What is MIDI – fundamentals
MIDI – Musical Instrument Digital Interface.
It is a protocol to communicate between devices which was developed in 1980s. A MIDI file is containing various messages which are used to transmit the information needed to perform the playback of music.
Each message is sent exactly at the moment it must be interpreted by the target synthesizer (a hardware or a software synthesizer).
The MIDI language does not define the sound itself, but only the sequence of instructions to create the sound in the target synthesizer.
There are 16 possible MIDI channels, numbered from 0 to 15 in hexadecimal. In practice, musicians and software refer to the MIDI channels by counting them from 1 to 16. In the same MIDI cable, up to 16 MIDI channels may be used to control up to 16 different instruments playing independently.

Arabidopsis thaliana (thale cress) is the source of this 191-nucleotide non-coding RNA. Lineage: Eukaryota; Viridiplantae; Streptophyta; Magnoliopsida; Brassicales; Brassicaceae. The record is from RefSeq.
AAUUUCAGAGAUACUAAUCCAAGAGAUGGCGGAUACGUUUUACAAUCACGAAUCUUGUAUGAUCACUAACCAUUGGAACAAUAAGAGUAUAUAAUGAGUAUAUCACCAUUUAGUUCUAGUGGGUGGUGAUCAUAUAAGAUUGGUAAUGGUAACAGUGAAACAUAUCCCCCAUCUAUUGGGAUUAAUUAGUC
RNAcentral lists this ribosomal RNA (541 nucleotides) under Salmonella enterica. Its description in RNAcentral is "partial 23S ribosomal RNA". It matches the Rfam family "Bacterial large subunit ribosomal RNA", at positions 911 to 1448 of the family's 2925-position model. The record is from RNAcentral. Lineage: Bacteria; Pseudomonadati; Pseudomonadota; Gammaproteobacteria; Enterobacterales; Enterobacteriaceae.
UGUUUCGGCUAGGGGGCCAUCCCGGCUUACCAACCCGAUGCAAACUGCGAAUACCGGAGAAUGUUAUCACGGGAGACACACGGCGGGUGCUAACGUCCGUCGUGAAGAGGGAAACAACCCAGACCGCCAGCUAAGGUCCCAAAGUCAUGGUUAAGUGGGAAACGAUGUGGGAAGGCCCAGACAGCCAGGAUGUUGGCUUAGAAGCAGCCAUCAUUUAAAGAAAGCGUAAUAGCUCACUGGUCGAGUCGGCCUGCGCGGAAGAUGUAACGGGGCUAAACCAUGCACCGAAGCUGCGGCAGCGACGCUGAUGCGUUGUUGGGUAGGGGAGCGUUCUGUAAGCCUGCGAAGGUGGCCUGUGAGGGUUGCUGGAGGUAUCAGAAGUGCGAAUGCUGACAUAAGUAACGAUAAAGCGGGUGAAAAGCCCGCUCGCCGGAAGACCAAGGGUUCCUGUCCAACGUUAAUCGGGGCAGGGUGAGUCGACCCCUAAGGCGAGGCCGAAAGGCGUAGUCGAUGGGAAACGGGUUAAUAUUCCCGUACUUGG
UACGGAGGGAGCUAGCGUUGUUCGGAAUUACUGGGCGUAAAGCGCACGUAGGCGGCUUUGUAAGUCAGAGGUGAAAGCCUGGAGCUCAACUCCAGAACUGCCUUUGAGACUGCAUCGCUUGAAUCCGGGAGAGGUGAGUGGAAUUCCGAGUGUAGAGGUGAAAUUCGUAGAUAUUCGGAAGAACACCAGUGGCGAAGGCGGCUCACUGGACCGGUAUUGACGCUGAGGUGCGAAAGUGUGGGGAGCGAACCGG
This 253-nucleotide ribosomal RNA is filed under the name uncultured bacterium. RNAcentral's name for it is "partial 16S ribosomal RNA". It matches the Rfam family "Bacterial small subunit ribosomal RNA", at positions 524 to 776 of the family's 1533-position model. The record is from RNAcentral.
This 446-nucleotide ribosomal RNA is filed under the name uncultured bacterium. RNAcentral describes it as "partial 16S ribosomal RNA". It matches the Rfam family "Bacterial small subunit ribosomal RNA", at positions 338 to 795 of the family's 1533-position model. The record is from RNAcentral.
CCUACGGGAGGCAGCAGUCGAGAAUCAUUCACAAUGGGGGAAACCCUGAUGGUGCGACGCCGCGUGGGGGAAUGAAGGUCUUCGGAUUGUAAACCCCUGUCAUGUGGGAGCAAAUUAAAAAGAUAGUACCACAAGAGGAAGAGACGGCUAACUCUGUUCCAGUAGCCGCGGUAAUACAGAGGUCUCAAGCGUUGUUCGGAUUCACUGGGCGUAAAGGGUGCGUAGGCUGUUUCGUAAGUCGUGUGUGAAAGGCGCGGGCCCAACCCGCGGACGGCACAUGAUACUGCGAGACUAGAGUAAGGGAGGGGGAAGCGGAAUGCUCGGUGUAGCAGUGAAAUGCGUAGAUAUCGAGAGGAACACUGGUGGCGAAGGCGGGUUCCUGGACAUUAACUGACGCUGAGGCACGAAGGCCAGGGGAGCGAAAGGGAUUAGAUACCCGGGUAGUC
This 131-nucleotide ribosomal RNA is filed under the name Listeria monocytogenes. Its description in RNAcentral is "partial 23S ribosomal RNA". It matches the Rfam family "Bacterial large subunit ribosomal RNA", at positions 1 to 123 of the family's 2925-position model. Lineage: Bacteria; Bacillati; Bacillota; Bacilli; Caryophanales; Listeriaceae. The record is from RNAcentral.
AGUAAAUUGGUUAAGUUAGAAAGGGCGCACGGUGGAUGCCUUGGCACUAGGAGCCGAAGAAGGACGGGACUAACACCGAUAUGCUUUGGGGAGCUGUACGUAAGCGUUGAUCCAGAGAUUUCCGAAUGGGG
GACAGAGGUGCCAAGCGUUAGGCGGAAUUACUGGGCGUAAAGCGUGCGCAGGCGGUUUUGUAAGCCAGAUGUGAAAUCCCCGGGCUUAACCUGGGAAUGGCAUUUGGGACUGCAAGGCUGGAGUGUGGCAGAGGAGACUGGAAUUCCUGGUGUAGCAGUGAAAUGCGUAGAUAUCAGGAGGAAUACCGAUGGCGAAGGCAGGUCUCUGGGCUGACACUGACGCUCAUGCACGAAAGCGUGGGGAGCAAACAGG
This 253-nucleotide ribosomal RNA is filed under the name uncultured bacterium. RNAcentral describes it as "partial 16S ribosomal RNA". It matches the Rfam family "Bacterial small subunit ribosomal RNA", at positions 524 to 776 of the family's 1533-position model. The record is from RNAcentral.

In real life the most common device used to generate MIDI messages is an electronic keyboard. These messages may be routed to a digital synthesizer inside the keyboard, or they may be patched to some other MIDI instrument, like a computer.
When a key is pressed the keyboard creates a “note on” message. When a key is released the keyboard creates another MIDI message, a “note off” message. There are some other important MIDI messages which will be listed later.
MIDI messages can be sent on 16 different channels as well. Channels are useful for sending certain notes and messages to one MIDI instrument and other notes/messages to another MIDI instrument. Usually, separate MIDI channels are used for different sounding instruments to create a multitracked song, channel 0 might be a piano, channel 1 could be a guitar sound and so on.
List of MIDI messages: Note Off, Note On, Velocity, Aftertouch, PitchBend, Program Change, Control Change, etc..
Advanced MIDI tutorial will be SOON…